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Battle of Pea Ridge

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After their victory at the Battle of Lexington, Confederate fortunes in Missouri soured. From that time until early 1862, the Union army, under General Samuel R. Curtis, pushed Genernal Sterling Price's Confederate Missouri State Guard out of the state and into northern Arkansas. There the Confederate army was reorganized under General Earl Van Dorn. In order to regain access to Missouri, Van Dorn decided to strike at Curtis, who had moved into northern Arkansas.

The Battle of Pea Ridge, also called the Battle of Elkhorn Tavern, began when Van Dorn attacked Curtis at Pea Ridge on March 7th. Despite being outnumbered, Curtis was a able to hold off the Confederate attack and then the following day force the Confederates to retreat. Besides losing the battle, the Southerners lost a number of officers, including Generals McCullock and McIntosh. The Union victory solidified Union control over Missouri, which was never again threatened by the Confederacy.

Battle of Pea Ridge
"The Battle of Pea Ridge, Arkansas--The Final Advance of Our Troops, March 8, 1862." From Harper's Weekly. New York, March 29, 1862. 9 1/4 x 13 3/4. Wood engraving. Very good condition.

A stirring image of the Union forces making their assault on the Confederate position on the second day of the battle. $50



Charge at Pea Ridge
J.F. Gookins. "The Eighth Missouri Volunteers Charging Over the Eighteenth Regulars at the Battle of Pea Ridge, Tennessee." From Harper's Weekly. New York, May 31, 1862. 4 1/2 x 13 3/4. Wood engraving. Very good condition. $40



Environs of Petersburg, Va. from Appomattox River to Fort Howard / Position of the Army of the Tennessee during the Battle of Bentonville, N.C., March 20th and 21st, 1865 / Routes of the Army of the Tennessee during the winter campaign in the Carolinas (2 sections) / Engagement near Bentonville, N.C. / Battle-Field of Pea Ridge, Ark., 8th of March, 1862 / Siege operations at Spanish Fort, Mobile Bay. From the U.S. War Department's Atlas to Accompany the Official Records of the Union and Confederate Armies. Washington: Gov't. Printing Office, 1891-95. Lithographed map, with some highlight color. Double folio size. NB: The maps from this atlas are printed on brittle paper, so there may be short tears in this map. Some stains.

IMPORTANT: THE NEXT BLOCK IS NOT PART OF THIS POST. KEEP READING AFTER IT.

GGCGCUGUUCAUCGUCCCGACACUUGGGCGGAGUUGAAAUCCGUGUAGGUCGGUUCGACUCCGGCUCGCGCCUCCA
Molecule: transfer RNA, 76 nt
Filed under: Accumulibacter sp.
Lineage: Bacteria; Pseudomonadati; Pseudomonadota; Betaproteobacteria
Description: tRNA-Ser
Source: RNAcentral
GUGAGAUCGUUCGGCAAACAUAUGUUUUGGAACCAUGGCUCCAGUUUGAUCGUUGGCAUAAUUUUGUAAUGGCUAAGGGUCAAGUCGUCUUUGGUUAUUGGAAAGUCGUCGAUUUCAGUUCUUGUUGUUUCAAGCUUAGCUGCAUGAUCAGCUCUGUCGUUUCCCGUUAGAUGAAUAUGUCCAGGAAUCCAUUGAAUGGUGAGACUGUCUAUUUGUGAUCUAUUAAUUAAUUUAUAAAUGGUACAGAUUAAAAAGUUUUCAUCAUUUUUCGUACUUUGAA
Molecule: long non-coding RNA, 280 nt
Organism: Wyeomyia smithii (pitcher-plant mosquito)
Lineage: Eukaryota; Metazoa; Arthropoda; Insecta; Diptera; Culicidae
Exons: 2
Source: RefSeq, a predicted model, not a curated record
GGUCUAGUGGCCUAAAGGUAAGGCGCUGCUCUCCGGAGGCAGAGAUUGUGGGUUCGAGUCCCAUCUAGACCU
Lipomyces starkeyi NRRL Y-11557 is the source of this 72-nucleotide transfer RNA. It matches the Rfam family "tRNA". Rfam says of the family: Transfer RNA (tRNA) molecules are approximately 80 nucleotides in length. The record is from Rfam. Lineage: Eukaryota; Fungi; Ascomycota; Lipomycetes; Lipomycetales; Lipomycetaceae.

Richard Stephenson has written, "This is the most detailed atlas yet published on the Civil War. It consists of reproductions of maps compiled by both Union and Confederate soldiers." [Stephenson, Civil War Maps, p 99.] The maps show many of the events of the Civil War with great detail, including topography, troop placements and movements, and other information of interest. These are the best near contemporary maps available of many of these battles, sieges, and other events of this conflict. $45
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